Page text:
Archive for February 2012

Half Off Corel VideoStudio Pro X4 Video Editor and DVD Maker

For longer than I can remember, I have been using and recommending Corel’s VideoStudio Pro package for excellent, affordable, and easy-to-use editing of digital video and for making your own DVDs.

Corel never rests in their efforts to keep these product competitive, modern, and up-to-date with the latest home video standards. The latest version, VideoStudio Pro X4, is no exception.

At its regular price of $100 it is still a great buy, but currently you can acquire this software for half that, $50.

VideoStudio Pro X4

VideoStudio Pro X4

Corel VideoStudio Pro X4 is the powerful, creative and easy way to take your video footage from shoot to showfast. Quickly load, organize and trim SD or HD video clips. Easily cut together your production from templates and get creative with amazing effects, music, titles, transitions and more. Explore new Stop Motion Animation and Time-Lapse tools, then export to 3D! Share anywhereon iPhone and other mobile devices, disc, your favorite website or your TV. …







Things You Should Never Share on Facebook

Facebook has millions of Americans sharing their photos, favorite songs and details about their class reunions, but there are a handful of personal details that you should never share or post if you don’t want criminals — cyber or otherwise — to rob you blind.

Furthermore, many an ill-advised Facebook post can get your insurance cancelled or cause you to pay dramatically more for it: home, auto, fire, flood, life or other forms of insurance included. Almost everybody knows that drunken party photos can cost you a job; and now experts say debt collectors are switching from phone books to trolling social networking sites to find deadbeats.

Facebook No NosYou can certainly enjoy networking and sharing photos, but you should know that sharing some information puts you at risk. What should you never say on Facebook, Twitter or any other social networking site? Read on…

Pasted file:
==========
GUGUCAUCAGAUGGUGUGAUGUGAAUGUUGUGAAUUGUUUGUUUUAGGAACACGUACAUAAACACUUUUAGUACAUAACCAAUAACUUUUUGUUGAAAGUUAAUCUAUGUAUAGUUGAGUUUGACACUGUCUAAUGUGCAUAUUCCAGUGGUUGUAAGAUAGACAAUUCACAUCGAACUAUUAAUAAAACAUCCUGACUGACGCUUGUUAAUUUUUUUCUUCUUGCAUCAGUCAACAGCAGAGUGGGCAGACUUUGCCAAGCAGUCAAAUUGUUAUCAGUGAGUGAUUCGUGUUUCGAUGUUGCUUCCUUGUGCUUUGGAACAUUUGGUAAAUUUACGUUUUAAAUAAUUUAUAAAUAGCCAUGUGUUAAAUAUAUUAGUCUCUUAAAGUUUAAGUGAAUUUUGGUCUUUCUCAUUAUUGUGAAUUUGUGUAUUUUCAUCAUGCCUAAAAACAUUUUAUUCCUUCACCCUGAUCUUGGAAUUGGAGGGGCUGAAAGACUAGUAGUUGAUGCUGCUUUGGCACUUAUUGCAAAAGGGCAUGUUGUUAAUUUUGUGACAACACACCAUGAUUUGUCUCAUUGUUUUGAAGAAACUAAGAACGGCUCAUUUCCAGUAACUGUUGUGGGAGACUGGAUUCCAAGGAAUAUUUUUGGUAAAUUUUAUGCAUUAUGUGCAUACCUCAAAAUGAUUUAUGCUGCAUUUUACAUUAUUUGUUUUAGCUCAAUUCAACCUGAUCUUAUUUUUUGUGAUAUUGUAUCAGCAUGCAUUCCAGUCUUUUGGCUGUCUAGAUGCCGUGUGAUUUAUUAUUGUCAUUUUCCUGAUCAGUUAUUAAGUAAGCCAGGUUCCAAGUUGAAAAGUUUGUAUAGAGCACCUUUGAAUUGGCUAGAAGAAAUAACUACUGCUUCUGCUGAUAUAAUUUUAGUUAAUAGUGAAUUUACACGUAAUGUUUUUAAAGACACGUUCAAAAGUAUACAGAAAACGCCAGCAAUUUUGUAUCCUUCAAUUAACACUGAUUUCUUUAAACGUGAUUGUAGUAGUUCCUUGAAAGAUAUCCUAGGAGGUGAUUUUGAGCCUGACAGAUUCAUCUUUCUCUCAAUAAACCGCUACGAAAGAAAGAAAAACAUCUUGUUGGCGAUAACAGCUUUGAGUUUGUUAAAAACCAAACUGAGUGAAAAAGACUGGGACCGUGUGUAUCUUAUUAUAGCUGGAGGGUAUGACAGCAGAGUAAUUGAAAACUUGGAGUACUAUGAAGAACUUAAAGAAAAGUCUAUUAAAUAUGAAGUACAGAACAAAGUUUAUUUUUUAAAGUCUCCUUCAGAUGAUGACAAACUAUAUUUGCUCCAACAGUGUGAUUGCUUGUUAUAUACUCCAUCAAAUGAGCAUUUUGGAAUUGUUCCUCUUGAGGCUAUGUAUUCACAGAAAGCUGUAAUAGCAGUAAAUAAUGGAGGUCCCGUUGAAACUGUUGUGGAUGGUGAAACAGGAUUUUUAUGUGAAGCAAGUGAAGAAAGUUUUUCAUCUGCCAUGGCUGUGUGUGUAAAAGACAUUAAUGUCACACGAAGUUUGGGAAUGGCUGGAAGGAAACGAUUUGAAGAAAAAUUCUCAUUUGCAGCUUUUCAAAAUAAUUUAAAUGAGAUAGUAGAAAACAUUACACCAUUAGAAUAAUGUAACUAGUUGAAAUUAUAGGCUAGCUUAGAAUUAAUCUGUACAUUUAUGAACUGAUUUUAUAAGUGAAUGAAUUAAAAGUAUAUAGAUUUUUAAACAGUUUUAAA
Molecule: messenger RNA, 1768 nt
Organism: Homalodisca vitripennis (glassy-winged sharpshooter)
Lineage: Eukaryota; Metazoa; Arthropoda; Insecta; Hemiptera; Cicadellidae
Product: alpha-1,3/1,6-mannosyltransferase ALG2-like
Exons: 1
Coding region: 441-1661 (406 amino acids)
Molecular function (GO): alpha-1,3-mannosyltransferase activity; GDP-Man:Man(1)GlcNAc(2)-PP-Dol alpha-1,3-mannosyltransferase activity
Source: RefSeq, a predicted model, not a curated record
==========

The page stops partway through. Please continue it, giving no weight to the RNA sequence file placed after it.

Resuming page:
Your birth date and place. Sure, you can say what day you were born, but if you provide the year and the place you were born too, then you’ve just given identity thieves a key to stealing your financial life. A study by Carnegie Mellon showed that a date and place of birth could be used to predict most — sometimes all — the numbers in your Social Security number.

Home BurglaryVacation plans. There’s no better way to say “Rob me, please” than posting your vacation countdown or your moment of departure or arrival at the airport. Post the photos on Facebook when you return, if you like, but don’t invite criminals to your home by telling them “I’m not home!”

Home address. Great follow-up to the last item, eh? So many people do this though. A recent study by the Ponemon Institute found that social media users were at greater risk of physical and/or identity theft because of the information they shared. In fact, some 40% listed their home address; 65% didn’t even attempt to block out strangers with privacy settings; and 60% said they weren’t confident that their “friends” were really the people they know, or even that they fully trusted them either way.

Katie Furlong 2009 FacebookConfessionals. You may hate your job; lie on your taxes; or be a recreational drug user, but Facebook is not the place to let it all out. Employers commonly peruse social networking sites to determine who to hire and who to fire.

Need proof? Just last month alone there were two such cases. In the first case a prison guard at the Lebanon Correctional Institution in Ohio was fired after posting a threatening comment about the state governor; and in Winfield, West Virginia the mayor fired the local police chief after his son posted a disparaging comment about a teenager who had been struck by a train. Last year a NYC teacher was fired after posting a comment that she thought some of her school kids should drown. (A Manhattan judge recently ruled she should be given her job back).

A 2009 Proofpoint study showed that 8% of companies with over 1,000 employes had fired someone for “misuse” of social media.

Password clues. If you’ve got online accounts, you’ve probably answered a dozen different security questions, telling your bank or brokerage firm your Mom’s maiden name; the church you were married in; or the name of your favorite song.

Got that same stuff on the information page of your Facebook profile? Are you playing games where you and your friends “quiz” each other on the personal details of your lives? You’re giving crooks an easy way to guess your passwords.

Maybe it’s time to review your social media profiles?